Gantos is not limited to children’s books, however. He encompasses a wide range of writing, including young adult and adult novels. His 2001 young autobiographical novel, Hole in My Life (2001), recounts his last year in high school and his run-in with the law when he was caught selling hashish in New York and faced six years in prison. In the book, Gantos reflects on his time spent in confinement as a youth and the struggles as a result. He has also written the novels Desire Lines (2006), The Love Curse of the Rumbaughs (2008), Dead End in Norvelt (2011), which won both the 2012 Newbery Medal for Excellence in Children’s Literature and the Scott O'Dell Award for Historical Fiction, and From Norvelt to Nowhere (2013), a continuation of the Dead End in Norvelt story.
In the Norvelt books, Gantos mixes some real stories from his childhood with some fantastical adventures to create this funny novel for middle school children. The book is set in Norvelt, Pennsylvania, a real-life town close to Gantos’ birthplace of Mount Pleasant. Portions of the story are factually based and reflect Gantos’ years living in the town as a child. Viki Ash, the chairwoman of the Newbery committee, says Gantos’ book first stood out for its humor and charm. “On the surface it’s a book that is hilariously funny. But there’s a depth to the book as well. The voice of the narrator, the setting, which is just so vivid, and the unexpected tenderness in this boy, who is kind of geeky. It was the difference between a slapstick comedy and a comedy that has depth and character.” After a year and a half of research, Gantos put forth a book that proved a major success.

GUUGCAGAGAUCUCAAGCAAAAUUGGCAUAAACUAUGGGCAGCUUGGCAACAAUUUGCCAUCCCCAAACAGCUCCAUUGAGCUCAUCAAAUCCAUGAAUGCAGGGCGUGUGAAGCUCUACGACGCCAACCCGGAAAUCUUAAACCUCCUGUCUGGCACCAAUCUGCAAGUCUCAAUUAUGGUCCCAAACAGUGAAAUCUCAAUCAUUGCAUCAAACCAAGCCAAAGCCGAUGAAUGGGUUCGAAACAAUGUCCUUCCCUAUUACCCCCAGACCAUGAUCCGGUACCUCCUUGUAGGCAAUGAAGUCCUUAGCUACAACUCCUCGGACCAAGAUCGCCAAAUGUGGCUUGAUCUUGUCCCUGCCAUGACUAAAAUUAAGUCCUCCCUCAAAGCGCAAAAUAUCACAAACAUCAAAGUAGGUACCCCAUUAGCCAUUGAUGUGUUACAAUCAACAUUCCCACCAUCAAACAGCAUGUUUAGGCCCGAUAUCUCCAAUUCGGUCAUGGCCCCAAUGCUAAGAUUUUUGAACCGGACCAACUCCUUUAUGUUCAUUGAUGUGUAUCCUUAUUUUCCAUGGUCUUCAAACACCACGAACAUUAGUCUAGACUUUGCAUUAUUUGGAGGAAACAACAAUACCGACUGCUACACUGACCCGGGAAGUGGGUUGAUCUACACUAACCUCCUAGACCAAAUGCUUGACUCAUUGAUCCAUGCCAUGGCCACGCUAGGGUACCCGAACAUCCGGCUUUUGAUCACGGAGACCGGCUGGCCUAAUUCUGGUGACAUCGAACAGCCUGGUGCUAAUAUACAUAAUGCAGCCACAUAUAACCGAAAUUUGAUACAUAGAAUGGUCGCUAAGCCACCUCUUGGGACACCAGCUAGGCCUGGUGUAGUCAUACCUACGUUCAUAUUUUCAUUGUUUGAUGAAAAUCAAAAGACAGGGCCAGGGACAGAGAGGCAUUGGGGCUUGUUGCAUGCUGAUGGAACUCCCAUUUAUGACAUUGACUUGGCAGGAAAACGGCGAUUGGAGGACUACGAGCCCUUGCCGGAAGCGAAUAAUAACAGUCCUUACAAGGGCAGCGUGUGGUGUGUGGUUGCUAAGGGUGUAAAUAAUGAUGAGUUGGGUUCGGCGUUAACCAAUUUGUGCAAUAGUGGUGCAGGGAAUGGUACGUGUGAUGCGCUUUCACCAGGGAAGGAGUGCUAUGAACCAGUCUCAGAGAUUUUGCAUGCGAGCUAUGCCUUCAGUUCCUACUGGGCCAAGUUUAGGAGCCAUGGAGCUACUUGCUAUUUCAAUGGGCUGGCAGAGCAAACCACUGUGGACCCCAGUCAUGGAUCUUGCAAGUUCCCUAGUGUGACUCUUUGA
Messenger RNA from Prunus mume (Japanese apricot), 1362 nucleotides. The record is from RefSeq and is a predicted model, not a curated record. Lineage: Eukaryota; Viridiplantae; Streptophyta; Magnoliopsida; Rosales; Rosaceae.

His most recent work, The Trouble in Me (2015), is an autobiographicl novel that serves as a prequel to Hole in My Life and follows a fourteen-year-old Gantos through the formative experiences that contribute to his future trouble with the law as a teen.
Today, Gantos lives in Boston, Massachusetts, with his wife and daughter. He spends most of his time writing books and doing educational speaking. He continues to teach children’s book writing and children’s literature courses and speaks at schools, libraries, conferences, and writing workshops.
Rotten Ralph. Boston: Houghton Mifflin, 1976.
Worse than Rotten, Ralph. Boston: Houghton Mifflin, 1978.
Not So Rotten Ralph. Boston: Houghton Mifflin, 1994.
Rotten Ralph Feels Rotten. New York: Farrar, Strauss, 2004.
Heads or Tails: Stories from the Sixth Grade. New York: Farrar, Straus, 1994.
Jack's New Power: Stories from a Caribbean Year. New York: Farrar, Straus, 1995.
Joey Pigza Swallowed the Key. New York: Farrar, Straus, 1998.
Joey Pigza Loses Control. New York: Farrar, Straus, 2000.
What Would Joey Do?New York: Farrar, Straus, 2002.
I Am Not Joey Pigza. New York: Farrar, Straus, 2007.
Hole in My Life. New York: Farrar, Straus, 2001.
Dead End in Norvelt. New York: Farrar, Straus, 2011.
Association, American Library. American Library Association Announces 2012 Youth Media Award Winners - PR Newswire - Sacbee.com. The Sacramento Bee - California News, Local News - Sacramento CA. 23 January 2012. 5 February 2012. <http://www.sacbee.com/>.